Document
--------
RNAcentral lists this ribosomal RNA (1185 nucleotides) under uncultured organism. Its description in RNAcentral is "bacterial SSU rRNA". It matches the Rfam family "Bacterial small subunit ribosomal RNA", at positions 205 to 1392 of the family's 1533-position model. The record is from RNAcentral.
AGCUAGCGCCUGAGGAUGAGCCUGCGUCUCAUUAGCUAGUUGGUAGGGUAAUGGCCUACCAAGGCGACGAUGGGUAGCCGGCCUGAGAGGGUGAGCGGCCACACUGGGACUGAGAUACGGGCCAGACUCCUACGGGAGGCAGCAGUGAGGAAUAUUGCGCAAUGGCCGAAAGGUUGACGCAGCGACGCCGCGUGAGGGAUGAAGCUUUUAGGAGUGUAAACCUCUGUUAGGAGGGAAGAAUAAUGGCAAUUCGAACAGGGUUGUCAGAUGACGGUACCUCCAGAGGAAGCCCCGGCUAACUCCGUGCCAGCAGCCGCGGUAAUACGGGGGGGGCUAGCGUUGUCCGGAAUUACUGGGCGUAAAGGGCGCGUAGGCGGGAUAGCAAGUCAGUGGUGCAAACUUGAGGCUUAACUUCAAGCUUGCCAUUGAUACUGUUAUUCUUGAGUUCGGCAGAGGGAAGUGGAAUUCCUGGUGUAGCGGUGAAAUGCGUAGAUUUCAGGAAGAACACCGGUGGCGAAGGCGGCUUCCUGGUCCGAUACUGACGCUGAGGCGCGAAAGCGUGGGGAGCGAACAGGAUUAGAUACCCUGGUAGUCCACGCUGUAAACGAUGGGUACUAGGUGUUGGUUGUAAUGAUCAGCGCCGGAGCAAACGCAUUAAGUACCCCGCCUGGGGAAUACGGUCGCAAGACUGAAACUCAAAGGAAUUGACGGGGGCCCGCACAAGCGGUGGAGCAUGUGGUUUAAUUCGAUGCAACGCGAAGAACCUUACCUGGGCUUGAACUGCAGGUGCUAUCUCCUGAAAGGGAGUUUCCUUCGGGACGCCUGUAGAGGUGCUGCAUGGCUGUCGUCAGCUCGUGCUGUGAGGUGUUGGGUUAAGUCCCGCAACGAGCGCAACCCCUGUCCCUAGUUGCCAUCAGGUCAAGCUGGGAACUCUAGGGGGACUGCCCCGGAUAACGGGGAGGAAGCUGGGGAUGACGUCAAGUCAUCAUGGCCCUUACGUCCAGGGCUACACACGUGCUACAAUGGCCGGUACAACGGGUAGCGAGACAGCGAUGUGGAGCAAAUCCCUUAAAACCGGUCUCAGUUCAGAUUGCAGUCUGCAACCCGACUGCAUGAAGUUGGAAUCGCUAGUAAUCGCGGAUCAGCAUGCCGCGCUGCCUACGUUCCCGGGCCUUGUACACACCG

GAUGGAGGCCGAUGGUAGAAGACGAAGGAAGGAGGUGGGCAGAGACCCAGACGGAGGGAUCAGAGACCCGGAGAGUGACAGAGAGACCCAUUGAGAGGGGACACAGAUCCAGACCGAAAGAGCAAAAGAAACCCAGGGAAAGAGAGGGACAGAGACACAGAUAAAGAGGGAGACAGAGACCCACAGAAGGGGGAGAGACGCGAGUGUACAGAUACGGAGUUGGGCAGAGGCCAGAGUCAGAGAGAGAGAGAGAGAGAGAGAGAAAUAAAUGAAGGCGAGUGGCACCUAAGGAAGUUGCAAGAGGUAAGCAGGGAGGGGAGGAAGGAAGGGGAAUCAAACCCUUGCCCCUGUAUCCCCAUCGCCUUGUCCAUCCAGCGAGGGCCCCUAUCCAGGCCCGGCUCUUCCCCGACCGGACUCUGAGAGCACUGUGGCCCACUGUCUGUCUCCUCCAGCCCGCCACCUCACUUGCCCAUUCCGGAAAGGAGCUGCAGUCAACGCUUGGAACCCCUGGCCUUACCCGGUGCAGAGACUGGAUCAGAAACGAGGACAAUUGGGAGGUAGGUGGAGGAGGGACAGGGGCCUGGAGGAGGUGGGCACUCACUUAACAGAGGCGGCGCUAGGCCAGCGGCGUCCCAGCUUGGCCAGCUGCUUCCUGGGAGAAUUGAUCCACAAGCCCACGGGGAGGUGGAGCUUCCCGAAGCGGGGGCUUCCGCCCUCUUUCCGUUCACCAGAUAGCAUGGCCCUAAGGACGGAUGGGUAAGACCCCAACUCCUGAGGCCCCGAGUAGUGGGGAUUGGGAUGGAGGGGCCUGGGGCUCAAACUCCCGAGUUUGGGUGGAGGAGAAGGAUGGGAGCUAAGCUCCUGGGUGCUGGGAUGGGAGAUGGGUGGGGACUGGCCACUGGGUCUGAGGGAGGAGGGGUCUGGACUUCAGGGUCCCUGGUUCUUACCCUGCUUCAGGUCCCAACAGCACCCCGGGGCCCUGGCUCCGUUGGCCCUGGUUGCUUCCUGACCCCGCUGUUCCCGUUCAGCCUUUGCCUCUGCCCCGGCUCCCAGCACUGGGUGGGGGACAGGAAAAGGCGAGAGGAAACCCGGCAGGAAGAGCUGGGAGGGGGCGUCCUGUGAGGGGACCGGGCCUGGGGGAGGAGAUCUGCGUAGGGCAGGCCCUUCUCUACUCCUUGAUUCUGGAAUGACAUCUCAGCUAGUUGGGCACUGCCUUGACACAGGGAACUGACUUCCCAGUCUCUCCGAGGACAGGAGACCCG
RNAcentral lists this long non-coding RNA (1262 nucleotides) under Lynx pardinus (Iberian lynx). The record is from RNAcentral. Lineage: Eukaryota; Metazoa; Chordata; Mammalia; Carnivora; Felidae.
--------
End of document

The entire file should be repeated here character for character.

RNAcentral lists this ribosomal RNA (1185 nucleotides) under uncultured organism. Its description in RNAcentral is "bacterial SSU rRNA". It matches the Rfam family "Bacterial small subunit ribosomal RNA", at positions 205 to 1392 of the family's 1533-position model. The record is from RNAcentral.
AGCUAGCGCCUGAGGAUGAGCCUGCGUCUCAUUAGCUAGUUGGUAGGGUAAUGGCCUACCAAGGCGACGAUGGGUAGCCGGCCUGAGAGGGUGAGCGGCCACACUGGGACUGAGAUACGGGCCAGACUCCUACGGGAGGCAGCAGUGAGGAAUAUUGCGCAAUGGCCGAAAGGUUGACGCAGCGACGCCGCGUGAGGGAUGAAGCUUUUAGGAGUGUAAACCUCUGUUAGGAGGGAAGAAUAAUGGCAAUUCGAACAGGGUUGUCAGAUGACGGUACCUCCAGAGGAAGCCCCGGCUAACUCCGUGCCAGCAGCCGCGGUAAUACGGGGGGGGCUAGCGUUGUCCGGAAUUACUGGGCGUAAAGGGCGCGUAGGCGGGAUAGCAAGUCAGUGGUGCAAACUUGAGGCUUAACUUCAAGCUUGCCAUUGAUACUGUUAUUCUUGAGUUCGGCAGAGGGAAGUGGAAUUCCUGGUGUAGCGGUGAAAUGCGUAGAUUUCAGGAAGAACACCGGUGGCGAAGGCGGCUUCCUGGUCCGAUACUGACGCUGAGGCGCGAAAGCGUGGGGAGCGAACAGGAUUAGAUACCCUGGUAGUCCACGCUGUAAACGAUGGGUACUAGGUGUUGGUUGUAAUGAUCAGCGCCGGAGCAAACGCAUUAAGUACCCCGCCUGGGGAAUACGGUCGCAAGACUGAAACUCAAAGGAAUUGACGGGGGCCCGCACAAGCGGUGGAGCAUGUGGUUUAAUUCGAUGCAACGCGAAGAACCUUACCUGGGCUUGAACUGCAGGUGCUAUCUCCUGAAAGGGAGUUUCCUUCGGGACGCCUGUAGAGGUGCUGCAUGGCUGUCGUCAGCUCGUGCUGUGAGGUGUUGGGUUAAGUCCCGCAACGAGCGCAACCCCUGUCCCUAGUUGCCAUCAGGUCAAGCUGGGAACUCUAGGGGGACUGCCCCGGAUAACGGGGAGGAAGCUGGGGAUGACGUCAAGUCAUCAUGGCCCUUACGUCCAGGGCUACACACGUGCUACAAUGGCCGGUACAACGGGUAGCGAGACAGCGAUGUGGAGCAAAUCCCUUAAAACCGGUCUCAGUUCAGAUUGCAGUCUGCAACCCGACUGCAUGAAGUUGGAAUCGCUAGUAAUCGCGGAUCAGCAUGCCGCGCUGCCUACGUUCCCGGGCCUUGUACACACCG

GAUGGAGGCCGAUGGUAGAAGACGAAGGAAGGAGGUGGGCAGAGACCCAGACGGAGGGAUCAGAGACCCGGAGAGUGACAGAGAGACCCAUUGAGAGGGGACACAGAUCCAGACCGAAAGAGCAAAAGAAACCCAGGGAAAGAGAGGGACAGAGACACAGAUAAAGAGGGAGACAGAGACCCACAGAAGGGGGAGAGACGCGAGUGUACAGAUACGGAGUUGGGCAGAGGCCAGAGUCAGAGAGAGAGAGAGAGAGAGAGAGAAAUAAAUGAAGGCGAGUGGCACCUAAGGAAGUUGCAAGAGGUAAGCAGGGAGGGGAGGAAGGAAGGGGAAUCAAACCCUUGCCCCUGUAUCCCCAUCGCCUUGUCCAUCCAGCGAGGGCCCCUAUCCAGGCCCGGCUCUUCCCCGACCGGACUCUGAGAGCACUGUGGCCCACUGUCUGUCUCCUCCAGCCCGCCACCUCACUUGCCCAUUCCGGAAAGGAGCUGCAGUCAACGCUUGGAACCCCUGGCCUUACCCGGUGCAGAGACUGGAUCAGAAACGAGGACAAUUGGGAGGUAGGUGGAGGAGGGACAGGGGCCUGGAGGAGGUGGGCACUCACUUAACAGAGGCGGCGCUAGGCCAGCGGCGUCCCAGCUUGGCCAGCUGCUUCCUGGGAGAAUUGAUCCACAAGCCCACGGGGAGGUGGAGCUUCCCGAAGCGGGGGCUUCCGCCCUCUUUCCGUUCACCAGAUAGCAUGGCCCUAAGGACGGAUGGGUAAGACCCCAACUCCUGAGGCCCCGAGUAGUGGGGAUUGGGAUGGAGGGGCCUGGGGCUCAAACUCCCGAGUUUGGGUGGAGGAGAAGGAUGGGAGCUAAGCUCCUGGGUGCUGGGAUGGGAGAUGGGUGGGGACUGGCCACUGGGUCUGAGGGAGGAGGGGUCUGGACUUCAGGGUCCCUGGUUCUUACCCUGCUUCAGGUCCCAACAGCACCCCGGGGCCCUGGCUCCGUUGGCCCUGGUUGCUUCCUGACCCCGCUGUUCCCGUUCAGCCUUUGCCUCUGCCCCGGCUCCCAGCACUGGGUGGGGGACAGGAAAAGGCGAGAGGAAACCCGGCAGGAAGAGCUGGGAGGGGGCGUCCUGUGAGGGGACCGGGCCUGGGGGAGGAGAUCUGCGUAGGGCAGGCCCUUCUCUACUCCUUGAUUCUGGAAUGACAUCUCAGCUAGUUGGGCACUGCCUUGACACAGGGAACUGACUUCCCAGUCUCUCCGAGGACAGGAGACCCG
RNAcentral lists this long non-coding RNA (1262 nucleotides) under Lynx pardinus (Iberian lynx). The record is from RNAcentral. Lineage: Eukaryota; Metazoa; Chordata; Mammalia; Carnivora; Felidae.